The shotgun is one of the most capable firearms in the world. For hunting small game, to game birds, and even big game, a shotgun will do the job. For home defense, the shotgun is more than capable and intimidating. Want a survival gun? The shotgun can cover it all in the most trying conditions.
The choices of action types, gauges, barrel lengths and stock configurations are an added incentive for owning a shotgun. Choose pump action, semi-auto, single or double barrel, or even lever action. The 12 gauge is the most common today, with the 20 gauge being a close second. There are others; the ole 16 gauge seems to have lost its popularity. Another, the 28 gauge, is primarily used by upland game bird hunters. The 10 gauge is a rarity in today’s times. Then there is the 410 which is correctly designated as .410 bore (slug diameter of the .410) rather than gauge.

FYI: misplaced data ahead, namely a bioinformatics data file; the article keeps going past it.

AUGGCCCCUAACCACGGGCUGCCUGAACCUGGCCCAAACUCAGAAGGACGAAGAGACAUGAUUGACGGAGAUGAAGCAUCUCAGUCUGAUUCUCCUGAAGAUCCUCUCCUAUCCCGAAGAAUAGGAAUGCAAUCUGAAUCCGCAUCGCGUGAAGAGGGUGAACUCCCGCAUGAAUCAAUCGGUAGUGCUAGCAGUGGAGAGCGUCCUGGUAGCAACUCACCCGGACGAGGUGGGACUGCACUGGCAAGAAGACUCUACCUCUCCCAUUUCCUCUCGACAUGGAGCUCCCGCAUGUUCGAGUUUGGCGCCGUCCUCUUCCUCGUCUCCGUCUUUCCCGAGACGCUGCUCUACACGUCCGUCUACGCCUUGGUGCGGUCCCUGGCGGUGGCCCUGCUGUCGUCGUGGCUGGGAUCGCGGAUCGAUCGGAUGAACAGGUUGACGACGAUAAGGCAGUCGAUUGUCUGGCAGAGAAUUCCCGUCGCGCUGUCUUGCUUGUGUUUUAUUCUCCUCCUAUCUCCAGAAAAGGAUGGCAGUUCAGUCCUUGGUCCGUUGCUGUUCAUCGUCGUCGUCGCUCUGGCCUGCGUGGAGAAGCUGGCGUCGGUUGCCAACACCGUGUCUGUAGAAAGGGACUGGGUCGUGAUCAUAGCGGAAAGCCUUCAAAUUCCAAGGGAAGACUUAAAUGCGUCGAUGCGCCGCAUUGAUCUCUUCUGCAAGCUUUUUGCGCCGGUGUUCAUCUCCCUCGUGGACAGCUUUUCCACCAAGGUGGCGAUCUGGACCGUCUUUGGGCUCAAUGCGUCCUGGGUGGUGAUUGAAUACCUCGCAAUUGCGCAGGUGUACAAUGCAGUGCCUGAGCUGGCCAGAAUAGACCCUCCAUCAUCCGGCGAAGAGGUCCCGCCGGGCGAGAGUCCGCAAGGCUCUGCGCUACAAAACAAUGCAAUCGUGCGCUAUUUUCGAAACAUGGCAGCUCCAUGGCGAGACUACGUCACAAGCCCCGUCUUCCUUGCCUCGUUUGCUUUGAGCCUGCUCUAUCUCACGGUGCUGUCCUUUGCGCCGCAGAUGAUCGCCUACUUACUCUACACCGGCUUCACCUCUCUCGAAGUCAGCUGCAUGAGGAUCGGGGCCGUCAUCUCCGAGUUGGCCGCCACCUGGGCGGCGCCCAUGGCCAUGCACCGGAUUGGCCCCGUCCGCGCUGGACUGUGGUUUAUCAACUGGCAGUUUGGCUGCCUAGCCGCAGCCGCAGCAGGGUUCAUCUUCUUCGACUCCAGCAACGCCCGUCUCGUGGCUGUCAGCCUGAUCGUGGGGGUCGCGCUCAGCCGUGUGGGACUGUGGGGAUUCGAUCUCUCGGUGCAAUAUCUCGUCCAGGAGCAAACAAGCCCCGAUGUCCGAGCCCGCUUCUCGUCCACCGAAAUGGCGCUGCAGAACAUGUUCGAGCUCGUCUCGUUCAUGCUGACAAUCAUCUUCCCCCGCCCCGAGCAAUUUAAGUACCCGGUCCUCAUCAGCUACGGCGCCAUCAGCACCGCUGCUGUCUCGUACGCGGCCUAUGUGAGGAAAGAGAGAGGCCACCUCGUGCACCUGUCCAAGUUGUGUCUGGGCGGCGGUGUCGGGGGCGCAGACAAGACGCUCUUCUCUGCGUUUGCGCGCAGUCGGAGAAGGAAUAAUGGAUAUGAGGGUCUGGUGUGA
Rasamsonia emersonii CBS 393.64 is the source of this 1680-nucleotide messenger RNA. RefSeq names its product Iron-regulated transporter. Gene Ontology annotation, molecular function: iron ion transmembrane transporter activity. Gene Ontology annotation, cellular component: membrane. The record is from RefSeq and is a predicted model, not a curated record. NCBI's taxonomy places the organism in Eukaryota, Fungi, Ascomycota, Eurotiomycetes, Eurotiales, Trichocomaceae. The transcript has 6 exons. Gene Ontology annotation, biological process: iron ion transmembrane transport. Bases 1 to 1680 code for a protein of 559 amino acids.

Of the above gauges mentioned, 10ga is the largest, then 12, 16, 20, 28 and 410 in descending order based on the amount of shot or the weight of an individual slug (projectile) the hull/shell contains. On average, shell lengths are 2 ½ to 3 inches in length.
Your choice of action type will be driven by the intended use of the shotgun, whether it’s hunting, trap or skeet competition, as a home defense tool, or your young child’s first gun. Let’s first take a look at shotgun action types found on the market today.
Generally this action is a hinged, break-open type that employs a lever to open the action. It is designed to load one round and then unload the spent hull before reloading another live round. Companies such as Harrington and Richardson, Iver Johnson, and Chiappa are but a few that produce a single shot break open shotgun.
Lever-action shotguns are mostly out of the picture today, but do have their following. They operate similar to a lever-action rifle such as the classic Winchester 30-30. Every pull of the lever down and up unloads and reloads the chamber. Henry and Chiappa are the mainstays of producing these guns.
For the most part, bolt-action shotguns have become obsolete and are no longer produced. You may find one around from days gone by that was marketed by Sears, Westernfield, Stevens or Mossberg. While they may hold some nostalgic interest, there are too many other shotgun action types that are more practical.